A recent article by Forbes India considers whether SKS Microfinance can transform into a cost-effective and diversified microfinance provider. Forbes India cites that the MFI has raised significant amounts of cash through securitization deals and that its share prices have risen 48% as of March 22. While the numbers may generate optimism, Forbes India explains that SKS will also need to become more efficient and provide diversified services. The problem, however is that it may not be easy to cut costs now, or provide loans for products and services such as mobile phones or gold, when the MFI had originally been built around efficiency of cash collection (i.e. traditional microfinance services). A Partner at Lok Capital, a bottom of the pyramid venture fund, stated that in order for SKS to transform its business model, it will require a significant change in its “systems, processes, and DNA.”
After being the bad boy of microfinance, SKS is now trying to pick itself up and transform into a more cost-effective, diversified organization
Going by some metrics, it’s tempting to believe that SKS Microfinance, once the darling and later the bad boy of the sector, is out of the woods. The company is well capitalised. Even after writing off over Rs 1,000 crore worth of microloans, its capital adequacy ratio is more than twice the 15 percent norm. The recovery rates outside Andhra Pradesh—it has 4 million customers outside AP—have been good.
In the last three months, it raised over Rs 800 crore through securitisation deals—selling the recievables from the customers to institutions which have been reticent ever since the crisis. The market seems to be responding. Year to date (March 22) the company’s share prices have risen 48 percent, leading to headlines such as ‘SKS Microfinance: Making a comeback?’; ‘Why SKS Microfinance is back on investor radar’, and ‘Is the worst over?’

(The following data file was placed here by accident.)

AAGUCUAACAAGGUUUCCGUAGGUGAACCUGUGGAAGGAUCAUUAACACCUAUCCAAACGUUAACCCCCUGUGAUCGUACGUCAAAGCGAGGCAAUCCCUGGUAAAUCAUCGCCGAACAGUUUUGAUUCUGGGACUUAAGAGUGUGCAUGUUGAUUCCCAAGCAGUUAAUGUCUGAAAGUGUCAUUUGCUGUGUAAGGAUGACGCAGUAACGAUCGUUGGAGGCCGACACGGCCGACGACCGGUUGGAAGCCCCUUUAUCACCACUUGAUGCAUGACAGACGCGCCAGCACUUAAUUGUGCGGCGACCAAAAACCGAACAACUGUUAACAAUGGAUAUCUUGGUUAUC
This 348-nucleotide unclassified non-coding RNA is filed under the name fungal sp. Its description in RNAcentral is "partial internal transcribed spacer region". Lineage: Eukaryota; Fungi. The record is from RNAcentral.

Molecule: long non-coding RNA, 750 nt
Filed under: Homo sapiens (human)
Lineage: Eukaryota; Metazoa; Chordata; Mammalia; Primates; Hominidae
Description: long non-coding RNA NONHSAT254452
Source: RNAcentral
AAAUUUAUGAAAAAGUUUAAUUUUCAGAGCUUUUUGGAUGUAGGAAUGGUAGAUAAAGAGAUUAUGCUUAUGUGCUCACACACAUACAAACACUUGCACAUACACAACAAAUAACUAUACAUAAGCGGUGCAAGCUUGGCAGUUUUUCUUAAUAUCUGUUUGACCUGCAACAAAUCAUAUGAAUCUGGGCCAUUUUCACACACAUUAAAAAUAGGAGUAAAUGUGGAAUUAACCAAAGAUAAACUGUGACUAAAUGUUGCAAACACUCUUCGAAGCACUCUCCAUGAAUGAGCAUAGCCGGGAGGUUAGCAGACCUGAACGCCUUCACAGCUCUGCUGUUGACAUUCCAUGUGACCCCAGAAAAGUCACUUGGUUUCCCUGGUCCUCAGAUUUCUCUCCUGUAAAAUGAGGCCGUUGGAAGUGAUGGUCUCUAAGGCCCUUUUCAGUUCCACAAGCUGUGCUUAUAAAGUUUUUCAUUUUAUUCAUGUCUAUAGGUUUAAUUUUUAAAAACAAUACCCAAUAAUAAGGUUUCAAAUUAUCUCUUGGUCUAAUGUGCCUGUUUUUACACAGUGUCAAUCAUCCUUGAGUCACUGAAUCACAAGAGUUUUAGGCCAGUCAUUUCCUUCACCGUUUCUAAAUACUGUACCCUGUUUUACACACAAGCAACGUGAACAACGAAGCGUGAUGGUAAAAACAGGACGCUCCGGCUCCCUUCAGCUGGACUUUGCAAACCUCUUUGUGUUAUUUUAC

The worst is probably not over. The more optimistic views don’t account for the fact that raising funds through securitisation was not its only—or even the most important—problem. The problem is whether it can transform itself into a more cost-effective, diversified organisation, and whether it can patch up its tattered reputation. “SKS was never as bad as the media reports made it to be. And again, now, it’s not as good as everyone makes it to be,” says a venture capitalist who was involved with SKS prior to its listing.
SKS was best known for its scale, and that, according to several observers, proved to be its undoing. Muhammad Yunus, for example, recently told India Ink (of The New York Times), “They [SKS] were the ones who kind of overdid things in a big way. The aggressiveness that it brought into the picture created all the problems.” Dilli Raj, the company’s CFO, says there is a paradigm shift now. “The focus will now be on efficiency and profitable growth,” he says.